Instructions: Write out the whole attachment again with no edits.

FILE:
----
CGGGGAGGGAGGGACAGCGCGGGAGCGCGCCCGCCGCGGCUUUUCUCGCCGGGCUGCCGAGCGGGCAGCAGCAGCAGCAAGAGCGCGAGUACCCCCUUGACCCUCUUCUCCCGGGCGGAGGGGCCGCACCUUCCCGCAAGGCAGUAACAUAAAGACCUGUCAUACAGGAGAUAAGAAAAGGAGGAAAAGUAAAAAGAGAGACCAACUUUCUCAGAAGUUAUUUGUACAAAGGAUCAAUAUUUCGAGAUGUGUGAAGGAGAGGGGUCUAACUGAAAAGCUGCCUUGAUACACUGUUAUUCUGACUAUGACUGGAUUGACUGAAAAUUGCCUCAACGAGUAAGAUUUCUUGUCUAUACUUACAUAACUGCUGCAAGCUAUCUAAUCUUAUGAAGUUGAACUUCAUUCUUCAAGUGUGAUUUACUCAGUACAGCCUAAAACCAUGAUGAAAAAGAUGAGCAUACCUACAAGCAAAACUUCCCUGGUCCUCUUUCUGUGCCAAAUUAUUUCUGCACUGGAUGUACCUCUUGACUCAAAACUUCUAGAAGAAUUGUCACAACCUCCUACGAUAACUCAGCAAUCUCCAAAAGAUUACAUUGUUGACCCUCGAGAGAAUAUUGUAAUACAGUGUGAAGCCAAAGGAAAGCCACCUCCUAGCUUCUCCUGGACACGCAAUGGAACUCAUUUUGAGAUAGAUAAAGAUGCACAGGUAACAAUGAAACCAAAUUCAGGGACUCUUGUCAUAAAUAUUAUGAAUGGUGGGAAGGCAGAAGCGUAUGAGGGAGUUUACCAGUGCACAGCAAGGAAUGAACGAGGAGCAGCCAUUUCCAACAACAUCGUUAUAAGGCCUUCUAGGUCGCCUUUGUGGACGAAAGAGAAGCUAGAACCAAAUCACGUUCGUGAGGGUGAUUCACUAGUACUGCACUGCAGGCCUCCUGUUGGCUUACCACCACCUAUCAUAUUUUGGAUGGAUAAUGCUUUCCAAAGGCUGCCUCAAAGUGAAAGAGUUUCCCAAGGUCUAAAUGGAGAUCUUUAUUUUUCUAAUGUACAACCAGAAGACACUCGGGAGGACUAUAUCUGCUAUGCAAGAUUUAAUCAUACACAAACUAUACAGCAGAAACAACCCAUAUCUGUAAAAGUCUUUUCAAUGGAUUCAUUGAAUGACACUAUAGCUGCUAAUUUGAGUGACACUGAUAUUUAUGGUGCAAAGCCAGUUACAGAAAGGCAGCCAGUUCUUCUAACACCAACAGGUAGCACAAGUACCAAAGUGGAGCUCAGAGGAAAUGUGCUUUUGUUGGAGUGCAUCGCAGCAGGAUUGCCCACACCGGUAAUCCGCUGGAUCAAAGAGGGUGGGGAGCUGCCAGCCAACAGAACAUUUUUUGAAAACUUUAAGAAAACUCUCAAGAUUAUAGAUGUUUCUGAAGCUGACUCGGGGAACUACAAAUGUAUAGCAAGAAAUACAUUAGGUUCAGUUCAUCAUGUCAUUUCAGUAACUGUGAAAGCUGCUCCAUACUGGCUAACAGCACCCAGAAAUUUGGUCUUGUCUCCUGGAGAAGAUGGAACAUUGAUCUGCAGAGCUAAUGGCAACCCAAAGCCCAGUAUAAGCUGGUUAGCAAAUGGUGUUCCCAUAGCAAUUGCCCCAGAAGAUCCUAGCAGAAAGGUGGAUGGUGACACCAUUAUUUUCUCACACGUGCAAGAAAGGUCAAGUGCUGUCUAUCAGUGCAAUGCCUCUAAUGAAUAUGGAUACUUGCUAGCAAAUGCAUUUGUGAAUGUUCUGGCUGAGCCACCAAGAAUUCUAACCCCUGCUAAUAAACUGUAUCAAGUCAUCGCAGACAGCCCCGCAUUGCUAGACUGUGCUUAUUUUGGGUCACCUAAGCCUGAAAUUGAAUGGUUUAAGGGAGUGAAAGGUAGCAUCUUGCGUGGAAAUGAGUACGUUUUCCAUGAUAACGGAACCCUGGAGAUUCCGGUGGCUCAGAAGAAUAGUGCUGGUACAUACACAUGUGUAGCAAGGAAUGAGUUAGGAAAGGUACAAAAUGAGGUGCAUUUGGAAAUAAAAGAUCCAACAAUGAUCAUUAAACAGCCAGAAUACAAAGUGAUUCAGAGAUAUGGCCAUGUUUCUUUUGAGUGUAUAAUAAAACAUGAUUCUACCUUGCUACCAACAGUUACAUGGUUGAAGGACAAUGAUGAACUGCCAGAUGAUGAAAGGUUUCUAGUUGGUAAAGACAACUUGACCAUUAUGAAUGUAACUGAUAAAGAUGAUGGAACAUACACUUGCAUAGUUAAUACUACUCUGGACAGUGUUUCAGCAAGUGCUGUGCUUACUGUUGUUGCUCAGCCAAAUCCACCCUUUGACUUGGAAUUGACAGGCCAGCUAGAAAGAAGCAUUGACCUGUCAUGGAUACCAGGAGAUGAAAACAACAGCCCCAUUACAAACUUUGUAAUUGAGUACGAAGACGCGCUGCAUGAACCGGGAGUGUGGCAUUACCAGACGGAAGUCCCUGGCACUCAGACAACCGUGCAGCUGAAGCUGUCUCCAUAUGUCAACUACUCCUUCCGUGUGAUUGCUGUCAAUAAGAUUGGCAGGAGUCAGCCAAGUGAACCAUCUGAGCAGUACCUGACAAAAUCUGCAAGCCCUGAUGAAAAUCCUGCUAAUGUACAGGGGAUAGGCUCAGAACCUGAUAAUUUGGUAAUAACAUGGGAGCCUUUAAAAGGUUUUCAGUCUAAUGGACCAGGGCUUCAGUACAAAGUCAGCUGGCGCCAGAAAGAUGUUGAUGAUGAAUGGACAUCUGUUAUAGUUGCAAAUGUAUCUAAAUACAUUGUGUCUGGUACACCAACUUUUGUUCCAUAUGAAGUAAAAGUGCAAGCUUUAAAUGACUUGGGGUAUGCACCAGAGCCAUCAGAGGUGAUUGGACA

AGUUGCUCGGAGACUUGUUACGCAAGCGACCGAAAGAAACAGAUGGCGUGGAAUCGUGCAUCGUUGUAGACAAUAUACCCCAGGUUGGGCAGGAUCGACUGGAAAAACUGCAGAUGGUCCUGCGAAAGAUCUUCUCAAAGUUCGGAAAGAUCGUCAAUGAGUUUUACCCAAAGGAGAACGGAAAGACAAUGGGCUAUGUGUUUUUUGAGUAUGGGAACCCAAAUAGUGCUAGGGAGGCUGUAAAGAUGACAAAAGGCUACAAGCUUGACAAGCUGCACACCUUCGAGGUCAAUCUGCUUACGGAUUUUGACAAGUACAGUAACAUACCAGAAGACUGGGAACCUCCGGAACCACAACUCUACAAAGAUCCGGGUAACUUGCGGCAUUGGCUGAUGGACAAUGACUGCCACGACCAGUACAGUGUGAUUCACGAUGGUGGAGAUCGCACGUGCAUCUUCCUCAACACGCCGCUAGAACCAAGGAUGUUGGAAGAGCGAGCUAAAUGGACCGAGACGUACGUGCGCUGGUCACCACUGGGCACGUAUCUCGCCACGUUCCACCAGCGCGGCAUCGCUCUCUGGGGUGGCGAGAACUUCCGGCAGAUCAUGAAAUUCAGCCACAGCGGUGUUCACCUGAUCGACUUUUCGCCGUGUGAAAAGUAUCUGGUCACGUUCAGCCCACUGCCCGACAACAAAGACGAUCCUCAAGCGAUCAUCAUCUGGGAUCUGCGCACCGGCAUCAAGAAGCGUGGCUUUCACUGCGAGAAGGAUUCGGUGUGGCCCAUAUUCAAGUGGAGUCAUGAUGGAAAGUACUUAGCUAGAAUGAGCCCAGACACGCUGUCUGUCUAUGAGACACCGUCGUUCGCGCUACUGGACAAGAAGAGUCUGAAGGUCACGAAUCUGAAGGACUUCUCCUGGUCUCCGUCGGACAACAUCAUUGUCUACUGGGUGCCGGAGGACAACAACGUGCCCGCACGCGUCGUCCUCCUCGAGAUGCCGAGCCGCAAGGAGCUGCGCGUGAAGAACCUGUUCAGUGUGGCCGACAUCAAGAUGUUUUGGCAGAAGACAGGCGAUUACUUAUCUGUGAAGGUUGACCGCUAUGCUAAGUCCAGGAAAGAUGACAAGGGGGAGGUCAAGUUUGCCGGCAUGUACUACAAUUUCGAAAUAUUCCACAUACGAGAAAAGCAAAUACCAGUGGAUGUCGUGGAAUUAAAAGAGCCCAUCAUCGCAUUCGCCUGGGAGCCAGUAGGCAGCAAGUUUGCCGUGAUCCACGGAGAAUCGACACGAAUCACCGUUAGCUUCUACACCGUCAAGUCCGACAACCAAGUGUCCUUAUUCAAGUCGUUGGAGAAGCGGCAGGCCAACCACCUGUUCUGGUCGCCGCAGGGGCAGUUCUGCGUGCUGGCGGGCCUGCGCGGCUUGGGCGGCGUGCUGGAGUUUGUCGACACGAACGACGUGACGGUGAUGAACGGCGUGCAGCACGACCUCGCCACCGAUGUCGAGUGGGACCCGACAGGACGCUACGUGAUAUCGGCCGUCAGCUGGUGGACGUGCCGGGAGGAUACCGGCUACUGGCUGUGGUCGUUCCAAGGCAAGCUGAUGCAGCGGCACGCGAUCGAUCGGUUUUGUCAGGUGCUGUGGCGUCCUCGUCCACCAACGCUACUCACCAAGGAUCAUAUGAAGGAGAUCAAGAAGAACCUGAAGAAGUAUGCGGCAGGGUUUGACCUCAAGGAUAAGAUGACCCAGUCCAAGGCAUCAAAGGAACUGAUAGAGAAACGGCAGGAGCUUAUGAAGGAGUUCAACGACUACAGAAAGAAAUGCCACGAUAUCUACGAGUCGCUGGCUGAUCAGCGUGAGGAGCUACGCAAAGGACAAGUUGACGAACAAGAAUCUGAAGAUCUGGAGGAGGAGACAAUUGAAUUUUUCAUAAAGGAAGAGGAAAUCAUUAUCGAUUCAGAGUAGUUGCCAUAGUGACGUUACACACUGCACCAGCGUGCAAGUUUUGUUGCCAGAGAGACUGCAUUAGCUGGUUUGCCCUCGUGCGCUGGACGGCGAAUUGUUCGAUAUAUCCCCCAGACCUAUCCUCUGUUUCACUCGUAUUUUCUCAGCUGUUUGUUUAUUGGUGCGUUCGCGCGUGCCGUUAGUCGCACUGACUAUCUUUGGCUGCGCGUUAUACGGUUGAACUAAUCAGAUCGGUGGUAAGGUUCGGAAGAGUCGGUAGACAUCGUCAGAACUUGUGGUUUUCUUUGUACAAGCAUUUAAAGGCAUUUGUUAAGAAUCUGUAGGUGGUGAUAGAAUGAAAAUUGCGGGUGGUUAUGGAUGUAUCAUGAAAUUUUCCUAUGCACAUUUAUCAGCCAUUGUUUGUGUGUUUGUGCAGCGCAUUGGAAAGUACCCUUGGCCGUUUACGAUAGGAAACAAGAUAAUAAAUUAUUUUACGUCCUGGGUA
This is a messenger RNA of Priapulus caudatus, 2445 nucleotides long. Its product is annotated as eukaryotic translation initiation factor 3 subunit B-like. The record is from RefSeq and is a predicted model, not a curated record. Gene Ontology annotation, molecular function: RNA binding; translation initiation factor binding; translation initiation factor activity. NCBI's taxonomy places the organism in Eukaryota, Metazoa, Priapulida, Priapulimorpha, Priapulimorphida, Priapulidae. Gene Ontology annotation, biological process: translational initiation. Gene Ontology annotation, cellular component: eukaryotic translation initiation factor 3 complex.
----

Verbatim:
CGGGGAGGGAGGGACAGCGCGGGAGCGCGCCCGCCGCGGCUUUUCUCGCCGGGCUGCCGAGCGGGCAGCAGCAGCAGCAAGAGCGCGAGUACCCCCUUGACCCUCUUCUCCCGGGCGGAGGGGCCGCACCUUCCCGCAAGGCAGUAACAUAAAGACCUGUCAUACAGGAGAUAAGAAAAGGAGGAAAAGUAAAAAGAGAGACCAACUUUCUCAGAAGUUAUUUGUACAAAGGAUCAAUAUUUCGAGAUGUGUGAAGGAGAGGGGUCUAACUGAAAAGCUGCCUUGAUACACUGUUAUUCUGACUAUGACUGGAUUGACUGAAAAUUGCCUCAACGAGUAAGAUUUCUUGUCUAUACUUACAUAACUGCUGCAAGCUAUCUAAUCUUAUGAAGUUGAACUUCAUUCUUCAAGUGUGAUUUACUCAGUACAGCCUAAAACCAUGAUGAAAAAGAUGAGCAUACCUACAAGCAAAACUUCCCUGGUCCUCUUUCUGUGCCAAAUUAUUUCUGCACUGGAUGUACCUCUUGACUCAAAACUUCUAGAAGAAUUGUCACAACCUCCUACGAUAACUCAGCAAUCUCCAAAAGAUUACAUUGUUGACCCUCGAGAGAAUAUUGUAAUACAGUGUGAAGCCAAAGGAAAGCCACCUCCUAGCUUCUCCUGGACACGCAAUGGAACUCAUUUUGAGAUAGAUAAAGAUGCACAGGUAACAAUGAAACCAAAUUCAGGGACUCUUGUCAUAAAUAUUAUGAAUGGUGGGAAGGCAGAAGCGUAUGAGGGAGUUUACCAGUGCACAGCAAGGAAUGAACGAGGAGCAGCCAUUUCCAACAACAUCGUUAUAAGGCCUUCUAGGUCGCCUUUGUGGACGAAAGAGAAGCUAGAACCAAAUCACGUUCGUGAGGGUGAUUCACUAGUACUGCACUGCAGGCCUCCUGUUGGCUUACCACCACCUAUCAUAUUUUGGAUGGAUAAUGCUUUCCAAAGGCUGCCUCAAAGUGAAAGAGUUUCCCAAGGUCUAAAUGGAGAUCUUUAUUUUUCUAAUGUACAACCAGAAGACACUCGGGAGGACUAUAUCUGCUAUGCAAGAUUUAAUCAUACACAAACUAUACAGCAGAAACAACCCAUAUCUGUAAAAGUCUUUUCAAUGGAUUCAUUGAAUGACACUAUAGCUGCUAAUUUGAGUGACACUGAUAUUUAUGGUGCAAAGCCAGUUACAGAAAGGCAGCCAGUUCUUCUAACACCAACAGGUAGCACAAGUACCAAAGUGGAGCUCAGAGGAAAUGUGCUUUUGUUGGAGUGCAUCGCAGCAGGAUUGCCCACACCGGUAAUCCGCUGGAUCAAAGAGGGUGGGGAGCUGCCAGCCAACAGAACAUUUUUUGAAAACUUUAAGAAAACUCUCAAGAUUAUAGAUGUUUCUGAAGCUGACUCGGGGAACUACAAAUGUAUAGCAAGAAAUACAUUAGGUUCAGUUCAUCAUGUCAUUUCAGUAACUGUGAAAGCUGCUCCAUACUGGCUAACAGCACCCAGAAAUUUGGUCUUGUCUCCUGGAGAAGAUGGAACAUUGAUCUGCAGAGCUAAUGGCAACCCAAAGCCCAGUAUAAGCUGGUUAGCAAAUGGUGUUCCCAUAGCAAUUGCCCCAGAAGAUCCUAGCAGAAAGGUGGAUGGUGACACCAUUAUUUUCUCACACGUGCAAGAAAGGUCAAGUGCUGUCUAUCAGUGCAAUGCCUCUAAUGAAUAUGGAUACUUGCUAGCAAAUGCAUUUGUGAAUGUUCUGGCUGAGCCACCAAGAAUUCUAACCCCUGCUAAUAAACUGUAUCAAGUCAUCGCAGACAGCCCCGCAUUGCUAGACUGUGCUUAUUUUGGGUCACCUAAGCCUGAAAUUGAAUGGUUUAAGGGAGUGAAAGGUAGCAUCUUGCGUGGAAAUGAGUACGUUUUCCAUGAUAACGGAACCCUGGAGAUUCCGGUGGCUCAGAAGAAUAGUGCUGGUACAUACACAUGUGUAGCAAGGAAUGAGUUAGGAAAGGUACAAAAUGAGGUGCAUUUGGAAAUAAAAGAUCCAACAAUGAUCAUUAAACAGCCAGAAUACAAAGUGAUUCAGAGAUAUGGCCAUGUUUCUUUUGAGUGUAUAAUAAAACAUGAUUCUACCUUGCUACCAACAGUUACAUGGUUGAAGGACAAUGAUGAACUGCCAGAUGAUGAAAGGUUUCUAGUUGGUAAAGACAACUUGACCAUUAUGAAUGUAACUGAUAAAGAUGAUGGAACAUACACUUGCAUAGUUAAUACUACUCUGGACAGUGUUUCAGCAAGUGCUGUGCUUACUGUUGUUGCUCAGCCAAAUCCACCCUUUGACUUGGAAUUGACAGGCCAGCUAGAAAGAAGCAUUGACCUGUCAUGGAUACCAGGAGAUGAAAACAACAGCCCCAUUACAAACUUUGUAAUUGAGUACGAAGACGCGCUGCAUGAACCGGGAGUGUGGCAUUACCAGACGGAAGUCCCUGGCACUCAGACAACCGUGCAGCUGAAGCUGUCUCCAUAUGUCAACUACUCCUUCCGUGUGAUUGCUGUCAAUAAGAUUGGCAGGAGUCAGCCAAGUGAACCAUCUGAGCAGUACCUGACAAAAUCUGCAAGCCCUGAUGAAAAUCCUGCUAAUGUACAGGGGAUAGGCUCAGAACCUGAUAAUUUGGUAAUAACAUGGGAGCCUUUAAAAGGUUUUCAGUCUAAUGGACCAGGGCUUCAGUACAAAGUCAGCUGGCGCCAGAAAGAUGUUGAUGAUGAAUGGACAUCUGUUAUAGUUGCAAAUGUAUCUAAAUACAUUGUGUCUGGUACACCAACUUUUGUUCCAUAUGAAGUAAAAGUGCAAGCUUUAAAUGACUUGGGGUAUGCACCAGAGCCAUCAGAGGUGAUUGGACA

AGUUGCUCGGAGACUUGUUACGCAAGCGACCGAAAGAAACAGAUGGCGUGGAAUCGUGCAUCGUUGUAGACAAUAUACCCCAGGUUGGGCAGGAUCGACUGGAAAAACUGCAGAUGGUCCUGCGAAAGAUCUUCUCAAAGUUCGGAAAGAUCGUCAAUGAGUUUUACCCAAAGGAGAACGGAAAGACAAUGGGCUAUGUGUUUUUUGAGUAUGGGAACCCAAAUAGUGCUAGGGAGGCUGUAAAGAUGACAAAAGGCUACAAGCUUGACAAGCUGCACACCUUCGAGGUCAAUCUGCUUACGGAUUUUGACAAGUACAGUAACAUACCAGAAGACUGGGAACCUCCGGAACCACAACUCUACAAAGAUCCGGGUAACUUGCGGCAUUGGCUGAUGGACAAUGACUGCCACGACCAGUACAGUGUGAUUCACGAUGGUGGAGAUCGCACGUGCAUCUUCCUCAACACGCCGCUAGAACCAAGGAUGUUGGAAGAGCGAGCUAAAUGGACCGAGACGUACGUGCGCUGGUCACCACUGGGCACGUAUCUCGCCACGUUCCACCAGCGCGGCAUCGCUCUCUGGGGUGGCGAGAACUUCCGGCAGAUCAUGAAAUUCAGCCACAGCGGUGUUCACCUGAUCGACUUUUCGCCGUGUGAAAAGUAUCUGGUCACGUUCAGCCCACUGCCCGACAACAAAGACGAUCCUCAAGCGAUCAUCAUCUGGGAUCUGCGCACCGGCAUCAAGAAGCGUGGCUUUCACUGCGAGAAGGAUUCGGUGUGGCCCAUAUUCAAGUGGAGUCAUGAUGGAAAGUACUUAGCUAGAAUGAGCCCAGACACGCUGUCUGUCUAUGAGACACCGUCGUUCGCGCUACUGGACAAGAAGAGUCUGAAGGUCACGAAUCUGAAGGACUUCUCCUGGUCUCCGUCGGACAACAUCAUUGUCUACUGGGUGCCGGAGGACAACAACGUGCCCGCACGCGUCGUCCUCCUCGAGAUGCCGAGCCGCAAGGAGCUGCGCGUGAAGAACCUGUUCAGUGUGGCCGACAUCAAGAUGUUUUGGCAGAAGACAGGCGAUUACUUAUCUGUGAAGGUUGACCGCUAUGCUAAGUCCAGGAAAGAUGACAAGGGGGAGGUCAAGUUUGCCGGCAUGUACUACAAUUUCGAAAUAUUCCACAUACGAGAAAAGCAAAUACCAGUGGAUGUCGUGGAAUUAAAAGAGCCCAUCAUCGCAUUCGCCUGGGAGCCAGUAGGCAGCAAGUUUGCCGUGAUCCACGGAGAAUCGACACGAAUCACCGUUAGCUUCUACACCGUCAAGUCCGACAACCAAGUGUCCUUAUUCAAGUCGUUGGAGAAGCGGCAGGCCAACCACCUGUUCUGGUCGCCGCAGGGGCAGUUCUGCGUGCUGGCGGGCCUGCGCGGCUUGGGCGGCGUGCUGGAGUUUGUCGACACGAACGACGUGACGGUGAUGAACGGCGUGCAGCACGACCUCGCCACCGAUGUCGAGUGGGACCCGACAGGACGCUACGUGAUAUCGGCCGUCAGCUGGUGGACGUGCCGGGAGGAUACCGGCUACUGGCUGUGGUCGUUCCAAGGCAAGCUGAUGCAGCGGCACGCGAUCGAUCGGUUUUGUCAGGUGCUGUGGCGUCCUCGUCCACCAACGCUACUCACCAAGGAUCAUAUGAAGGAGAUCAAGAAGAACCUGAAGAAGUAUGCGGCAGGGUUUGACCUCAAGGAUAAGAUGACCCAGUCCAAGGCAUCAAAGGAACUGAUAGAGAAACGGCAGGAGCUUAUGAAGGAGUUCAACGACUACAGAAAGAAAUGCCACGAUAUCUACGAGUCGCUGGCUGAUCAGCGUGAGGAGCUACGCAAAGGACAAGUUGACGAACAAGAAUCUGAAGAUCUGGAGGAGGAGACAAUUGAAUUUUUCAUAAAGGAAGAGGAAAUCAUUAUCGAUUCAGAGUAGUUGCCAUAGUGACGUUACACACUGCACCAGCGUGCAAGUUUUGUUGCCAGAGAGACUGCAUUAGCUGGUUUGCCCUCGUGCGCUGGACGGCGAAUUGUUCGAUAUAUCCCCCAGACCUAUCCUCUGUUUCACUCGUAUUUUCUCAGCUGUUUGUUUAUUGGUGCGUUCGCGCGUGCCGUUAGUCGCACUGACUAUCUUUGGCUGCGCGUUAUACGGUUGAACUAAUCAGAUCGGUGGUAAGGUUCGGAAGAGUCGGUAGACAUCGUCAGAACUUGUGGUUUUCUUUGUACAAGCAUUUAAAGGCAUUUGUUAAGAAUCUGUAGGUGGUGAUAGAAUGAAAAUUGCGGGUGGUUAUGGAUGUAUCAUGAAAUUUUCCUAUGCACAUUUAUCAGCCAUUGUUUGUGUGUUUGUGCAGCGCAUUGGAAAGUACCCUUGGCCGUUUACGAUAGGAAACAAGAUAAUAAAUUAUUUUACGUCCUGGGUA
This is a messenger RNA of Priapulus caudatus, 2445 nucleotides long. Its product is annotated as eukaryotic translation initiation factor 3 subunit B-like. The record is from RefSeq and is a predicted model, not a curated record. Gene Ontology annotation, molecular function: RNA binding; translation initiation factor binding; translation initiation factor activity. NCBI's taxonomy places the organism in Eukaryota, Metazoa, Priapulida, Priapulimorpha, Priapulimorphida, Priapulidae. Gene Ontology annotation, biological process: translational initiation. Gene Ontology annotation, cellular component: eukaryotic translation initiation factor 3 complex.